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How to launch Coffee with a Cop (and why you should)

The event is an innovative, yet simple community relations program that police departments are adopting around the world


P1 columnist Heather Cotter joined the Goodyear Police Department in celebrating the first National Coffee with a Cop Day.


As part of National Community Policing Week, the U.S. Department of Justice COPS Office and the Hawthorne, California Police Department established National Coffee with a Cop Day. This police and community relations movement is about building trust, creating local partnerships and providing opportunities for positive officer-citizen engagements.

The program was conceptualized by the Hawthorne PD in 2011 to improve police and community relations when tensions were high. Since its inception, this innovative, yet simple idea has been adopted by over 2,000 police departments throughout the United States and internationally. The program is an exemplary and modest approach to facilitate and encourage officer-citizen interactions that can be easily replicated in your area.

The Goodyear Police Department’s program

I was pleased to learn that my local agency, the Goodyear PD, had an established Coffee with a Cop program. When I reached out to Chief Jerry Geier to find out where they were hosting their event, the good chief responded with an extended welcome to attend.

When I arrived at the Wildflower Bread Company, where the department was holding the event, everyone was networking and the tone was light, warm-spirited and welcoming. There were several officers from department, including Chief Jerry Geier, Sergeant Alison Braughton with the Community Services Unit, Sergeant Seabright with the Specialized Patrol Division, PIO Lisa Kutis, and several others from patrol to SWAT. In addition to the strong police presence and participation in the event, there was also support from city officials, including PIO Amy Bolton and the city’s Neighborhood Services Coordinator, Christine Plante.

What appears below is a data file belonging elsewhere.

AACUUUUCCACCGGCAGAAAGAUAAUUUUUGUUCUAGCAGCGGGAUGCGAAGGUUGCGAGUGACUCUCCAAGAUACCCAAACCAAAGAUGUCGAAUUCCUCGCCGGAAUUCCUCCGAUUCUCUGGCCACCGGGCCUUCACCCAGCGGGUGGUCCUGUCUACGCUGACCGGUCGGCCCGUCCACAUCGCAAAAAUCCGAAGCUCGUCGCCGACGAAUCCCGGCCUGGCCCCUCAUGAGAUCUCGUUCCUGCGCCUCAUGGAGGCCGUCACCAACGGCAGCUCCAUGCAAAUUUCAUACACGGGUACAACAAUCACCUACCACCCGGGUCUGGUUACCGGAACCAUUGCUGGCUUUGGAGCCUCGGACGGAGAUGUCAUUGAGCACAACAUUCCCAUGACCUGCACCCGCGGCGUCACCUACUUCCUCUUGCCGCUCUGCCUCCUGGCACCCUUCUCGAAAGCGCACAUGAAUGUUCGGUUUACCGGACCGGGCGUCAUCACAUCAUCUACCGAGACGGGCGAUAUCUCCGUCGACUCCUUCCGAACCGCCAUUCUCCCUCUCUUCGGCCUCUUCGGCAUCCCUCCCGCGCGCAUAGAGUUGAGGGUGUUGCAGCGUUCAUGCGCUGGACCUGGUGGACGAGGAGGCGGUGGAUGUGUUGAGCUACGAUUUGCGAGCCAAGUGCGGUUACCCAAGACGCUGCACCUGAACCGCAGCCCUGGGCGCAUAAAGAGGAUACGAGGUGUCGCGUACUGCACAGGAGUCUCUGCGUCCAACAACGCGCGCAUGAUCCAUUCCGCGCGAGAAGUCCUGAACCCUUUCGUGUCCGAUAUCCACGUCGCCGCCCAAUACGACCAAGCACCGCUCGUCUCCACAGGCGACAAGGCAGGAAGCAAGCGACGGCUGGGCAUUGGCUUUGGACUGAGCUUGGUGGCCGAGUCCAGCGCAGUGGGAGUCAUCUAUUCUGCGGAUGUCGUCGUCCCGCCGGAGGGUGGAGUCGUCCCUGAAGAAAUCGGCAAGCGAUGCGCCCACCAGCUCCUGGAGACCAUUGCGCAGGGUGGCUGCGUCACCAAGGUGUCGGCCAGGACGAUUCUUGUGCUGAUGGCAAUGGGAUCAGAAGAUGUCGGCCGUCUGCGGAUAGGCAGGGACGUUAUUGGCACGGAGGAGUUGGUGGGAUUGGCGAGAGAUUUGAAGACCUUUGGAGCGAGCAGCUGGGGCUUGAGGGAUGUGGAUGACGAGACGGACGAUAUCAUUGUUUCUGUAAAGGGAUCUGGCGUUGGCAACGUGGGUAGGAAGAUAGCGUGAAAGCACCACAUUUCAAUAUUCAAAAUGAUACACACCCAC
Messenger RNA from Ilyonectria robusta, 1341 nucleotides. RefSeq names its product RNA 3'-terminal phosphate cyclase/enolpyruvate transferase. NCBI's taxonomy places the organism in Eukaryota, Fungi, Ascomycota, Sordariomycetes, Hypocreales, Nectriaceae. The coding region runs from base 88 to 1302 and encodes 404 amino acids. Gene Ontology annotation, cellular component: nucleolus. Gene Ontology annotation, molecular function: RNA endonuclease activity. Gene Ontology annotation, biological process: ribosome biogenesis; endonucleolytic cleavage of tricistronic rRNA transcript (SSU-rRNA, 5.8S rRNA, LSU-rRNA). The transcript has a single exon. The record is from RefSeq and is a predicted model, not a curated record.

The positive relationship observed today between the community, the police department and the city manager’s office is a model example of a successful police-community relations program.

The diversity and participation in ranks is important for a Coffee with a Cop program to be successful. All officers, from patrol to SWAT to chief, need to experience positive community interactions in order to maintain a positive outlook during tumultuous times. The program is the perfect platform for facilitating and encouraging positive officer-citizen interactions.

The Goodyear PD launched their Coffee with a Cop program a few years ago and holds an event every quarter. In terms of advice to lend other agencies with a current program or those seeking to implement a new program, Chief Geier said, “It’s important for us to make sure we’re planning the events ahead of time and holding them in different geographic areas within the city limits to maximize our community connection.”

Why PDs should start a Coffee with a Cop program

Policing to provide a safe community is a fundamental goal for all agencies. Establishing an unpretentious community relations program, like Coffee with a Cop, helps maintain trust, transparency and is an opportunity for positive encounters between officers and citizens. This program is designed for police to meet formally, yet informally, with citizens to listen to their concerns, discuss duties as a cop and develop and reaffirm the community’s trust in law enforcement. The program is the perfect platform for facilitating and encouraging officer-citizen interactions. According to Sergeant Braughton, the costs are minimal. Often times the department is able to host the program at a local restaurant that offers complimentary coffee as a donation to the department. The community relations benefits to having the program far surpass the minimal costs of managing it.

How to launch Coffee with a Cop in your community

To get started, visit the Coffee with a Cop police webpage, review the free resources, request training and watch the short training video. I also recommend contacting a police department that implemented this program. Ask the agency about what works well and how the program has evolved since its inception. You can reach out to Sergeant Braughton at and she will share her department’s experiences with your agency.

As a coffee connoisseur and police supporter, it was great to support the Goodyear PD’s National Coffee with a Cop Day event and their overall efforts for building positive police and community relations.

Heather R. Cotter has been working with public safety professionals for 20 years and understands the resource challenges and constraints agencies face. Heather is a Captain in the United States Army Reserve and holds two master’s degrees from Arizona State University and a bachelor’s degree from Indiana University. Contact her at